Raymond James payouts reach $37 million after latest SEC case
Raymond James agreed to pay more than $15 million to settle SEC allegations it collected excess commissions and failed to conduct adequate suitability reviews. It's the firm's third major settlement of the year for a combined $37 million.
The SEC alleged in a Sept. 17 administrative order that Raymond James' employee broker-dealer and RIA, its independent BD and the IBD’s corporate RIA improperly charged inactive advisory accounts and took in extra commissions for sales of unit investment trusts.
The latest case came after Raymond James settled two client overcharging lawsuits in June for $15 million and agreed to pay disgorgement of $6.9 million in March under the SEC share-class disclosure program. The 7,900-advisor firm also agreed to pay $150 million to investors in an alleged fraudulent EB-5 investment program in April 2017.
The firm received $4.9 million in advisory fees over 4 ½ years from 7,708 accounts it failed to properly review after they were inactive for at least a year, the new SEC order states. It also amassed $5.5 million in excess sales charges from 2,044 brokerage accounts that sold UIT positions before maturity and repurchased often-similar products, the SEC says.
“Investment advisors and broker-dealers have ongoing obligations to their clients and customers,” C. Dabney O’Riordan, co-chief of the SEC Enforcement Division’s asset management unit, said in a statement. “Raymond James’ failures cost their advisory clients and brokerage customers millions that will be repaid as part of this settlement."
Raymond James Vice President for Corporate Communications Steve Hollister issued an emailed statement about the case.
“We are pleased to have these matters concluded and have revised our policies and procedures to address the supervisory enhancements required by the SEC at Raymond James and a number of competitor firms,” Hollister said. “The firm has completed remediation with the appropriate clients and looks forward to continuing to provide best-in-industry service in support of their goals.”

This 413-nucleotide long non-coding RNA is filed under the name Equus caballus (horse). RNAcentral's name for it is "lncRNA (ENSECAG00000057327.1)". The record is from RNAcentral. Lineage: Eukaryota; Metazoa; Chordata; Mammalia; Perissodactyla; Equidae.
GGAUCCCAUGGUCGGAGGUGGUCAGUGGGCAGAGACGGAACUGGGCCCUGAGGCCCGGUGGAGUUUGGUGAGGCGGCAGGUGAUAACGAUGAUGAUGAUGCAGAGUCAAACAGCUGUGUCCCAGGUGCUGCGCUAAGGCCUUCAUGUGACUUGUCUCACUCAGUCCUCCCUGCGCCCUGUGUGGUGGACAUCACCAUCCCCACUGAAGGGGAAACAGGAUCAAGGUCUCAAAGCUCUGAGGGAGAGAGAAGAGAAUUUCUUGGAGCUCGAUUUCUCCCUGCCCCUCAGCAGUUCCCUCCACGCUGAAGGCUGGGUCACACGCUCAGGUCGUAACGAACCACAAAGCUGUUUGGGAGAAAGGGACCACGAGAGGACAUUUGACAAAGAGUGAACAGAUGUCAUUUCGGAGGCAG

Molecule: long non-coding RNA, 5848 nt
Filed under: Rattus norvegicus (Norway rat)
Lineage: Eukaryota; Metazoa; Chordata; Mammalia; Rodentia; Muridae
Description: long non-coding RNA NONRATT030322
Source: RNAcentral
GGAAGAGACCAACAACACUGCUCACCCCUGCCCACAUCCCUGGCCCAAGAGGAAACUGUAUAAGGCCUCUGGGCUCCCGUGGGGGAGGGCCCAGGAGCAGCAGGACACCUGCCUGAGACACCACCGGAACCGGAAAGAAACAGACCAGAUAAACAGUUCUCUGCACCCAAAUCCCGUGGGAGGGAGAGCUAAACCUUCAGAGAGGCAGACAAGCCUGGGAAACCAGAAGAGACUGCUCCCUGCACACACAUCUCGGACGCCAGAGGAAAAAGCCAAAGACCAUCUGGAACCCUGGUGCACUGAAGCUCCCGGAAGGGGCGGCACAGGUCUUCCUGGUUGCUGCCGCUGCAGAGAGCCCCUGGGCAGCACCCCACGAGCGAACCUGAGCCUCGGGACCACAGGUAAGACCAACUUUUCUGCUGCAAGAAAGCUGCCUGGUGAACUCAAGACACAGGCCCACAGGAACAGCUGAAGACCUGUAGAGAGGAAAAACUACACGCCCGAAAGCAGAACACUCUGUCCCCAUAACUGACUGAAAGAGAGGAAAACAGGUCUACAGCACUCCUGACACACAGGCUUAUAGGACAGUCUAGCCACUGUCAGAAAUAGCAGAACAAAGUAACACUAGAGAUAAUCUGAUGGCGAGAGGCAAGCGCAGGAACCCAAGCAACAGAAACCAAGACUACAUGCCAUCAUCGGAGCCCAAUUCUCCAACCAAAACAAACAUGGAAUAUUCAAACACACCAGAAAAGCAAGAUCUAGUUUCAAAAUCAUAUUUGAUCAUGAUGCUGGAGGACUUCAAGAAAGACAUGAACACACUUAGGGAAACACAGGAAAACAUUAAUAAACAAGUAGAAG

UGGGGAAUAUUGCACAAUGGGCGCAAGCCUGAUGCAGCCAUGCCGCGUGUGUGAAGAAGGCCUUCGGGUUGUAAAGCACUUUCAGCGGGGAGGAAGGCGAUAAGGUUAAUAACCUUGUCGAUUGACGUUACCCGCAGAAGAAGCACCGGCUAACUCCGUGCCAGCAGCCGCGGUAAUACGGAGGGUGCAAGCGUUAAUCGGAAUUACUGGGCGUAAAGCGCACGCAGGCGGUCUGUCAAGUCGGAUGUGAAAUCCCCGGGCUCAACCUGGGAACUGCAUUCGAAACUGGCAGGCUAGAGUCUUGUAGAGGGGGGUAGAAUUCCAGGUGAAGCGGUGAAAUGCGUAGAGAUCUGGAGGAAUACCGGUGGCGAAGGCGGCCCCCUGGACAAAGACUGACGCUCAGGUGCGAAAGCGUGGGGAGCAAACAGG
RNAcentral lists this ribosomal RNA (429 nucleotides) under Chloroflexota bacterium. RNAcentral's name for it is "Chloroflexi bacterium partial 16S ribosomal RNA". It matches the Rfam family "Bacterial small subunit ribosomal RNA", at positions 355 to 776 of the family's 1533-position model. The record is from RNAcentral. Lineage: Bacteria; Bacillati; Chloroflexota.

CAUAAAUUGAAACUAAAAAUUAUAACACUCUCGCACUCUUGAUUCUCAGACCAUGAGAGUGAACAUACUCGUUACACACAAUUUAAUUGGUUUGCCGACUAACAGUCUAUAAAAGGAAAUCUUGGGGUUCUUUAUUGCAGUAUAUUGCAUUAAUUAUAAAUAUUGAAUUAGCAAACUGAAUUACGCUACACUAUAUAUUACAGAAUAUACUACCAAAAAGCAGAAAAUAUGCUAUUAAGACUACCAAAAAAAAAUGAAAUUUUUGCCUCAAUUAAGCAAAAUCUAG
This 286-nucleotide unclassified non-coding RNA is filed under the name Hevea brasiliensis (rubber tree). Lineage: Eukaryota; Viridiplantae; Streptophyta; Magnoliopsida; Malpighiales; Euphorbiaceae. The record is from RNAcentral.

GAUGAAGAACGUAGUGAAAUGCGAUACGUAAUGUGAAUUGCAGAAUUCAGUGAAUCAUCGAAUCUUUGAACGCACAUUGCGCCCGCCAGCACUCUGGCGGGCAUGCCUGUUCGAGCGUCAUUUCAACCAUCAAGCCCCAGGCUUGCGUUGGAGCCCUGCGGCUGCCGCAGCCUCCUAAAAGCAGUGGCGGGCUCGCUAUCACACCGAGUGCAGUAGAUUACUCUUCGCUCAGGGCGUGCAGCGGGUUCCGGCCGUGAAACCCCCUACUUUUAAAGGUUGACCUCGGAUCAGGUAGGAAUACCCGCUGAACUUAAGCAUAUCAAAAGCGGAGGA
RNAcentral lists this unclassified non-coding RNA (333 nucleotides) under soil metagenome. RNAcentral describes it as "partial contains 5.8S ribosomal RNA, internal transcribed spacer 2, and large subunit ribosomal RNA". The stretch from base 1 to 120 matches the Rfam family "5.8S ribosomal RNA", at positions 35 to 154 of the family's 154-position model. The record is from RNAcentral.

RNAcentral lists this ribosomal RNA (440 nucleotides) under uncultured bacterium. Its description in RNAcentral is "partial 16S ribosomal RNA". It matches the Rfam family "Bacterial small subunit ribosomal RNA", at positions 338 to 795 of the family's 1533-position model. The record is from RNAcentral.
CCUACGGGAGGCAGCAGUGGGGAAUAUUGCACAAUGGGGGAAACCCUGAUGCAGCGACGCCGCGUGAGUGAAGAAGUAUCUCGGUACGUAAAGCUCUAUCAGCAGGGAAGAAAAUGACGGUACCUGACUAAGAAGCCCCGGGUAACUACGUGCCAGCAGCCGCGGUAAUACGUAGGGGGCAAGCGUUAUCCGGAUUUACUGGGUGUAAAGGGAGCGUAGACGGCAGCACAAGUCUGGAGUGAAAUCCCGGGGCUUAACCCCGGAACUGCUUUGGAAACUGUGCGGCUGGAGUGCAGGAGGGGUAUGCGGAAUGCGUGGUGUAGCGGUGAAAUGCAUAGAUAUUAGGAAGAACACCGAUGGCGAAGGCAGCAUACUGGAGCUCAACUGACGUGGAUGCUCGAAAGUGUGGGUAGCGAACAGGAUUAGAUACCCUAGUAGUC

The corporate RIA of the Raymond James IBD found that 1,703 inactive advisory accounts were unsuitable and converted them to brokerage accounts at the beginning of the SEC investigation, according to the order. It also closed another 2,112 inactive accounts.
Registered representatives in Raymond James’ employee and independent contractor channels obtained a portion of the sales expenses collected by selling UIT positions before their maturity and purchasing newly issued products over a five-year span, the order states.
The two brokerages also failed to disclose conflicts of interest in recommending UITs without applying $660,000 in sales-load discounts, according to the SEC. Furthermore, their corporate RIAs collected $51,000 in excess advisory fees because they used incorrect UIT valuations to calculate the management fees, the regulator states.
Raymond James’ brokerages violated provisions of the Securities Act, while its RIAs breached two Advisers Act guidelines, according to the three-count SEC order. The firm agreed to pay $15.2 million in disgorgement, restitution and a civil penalty.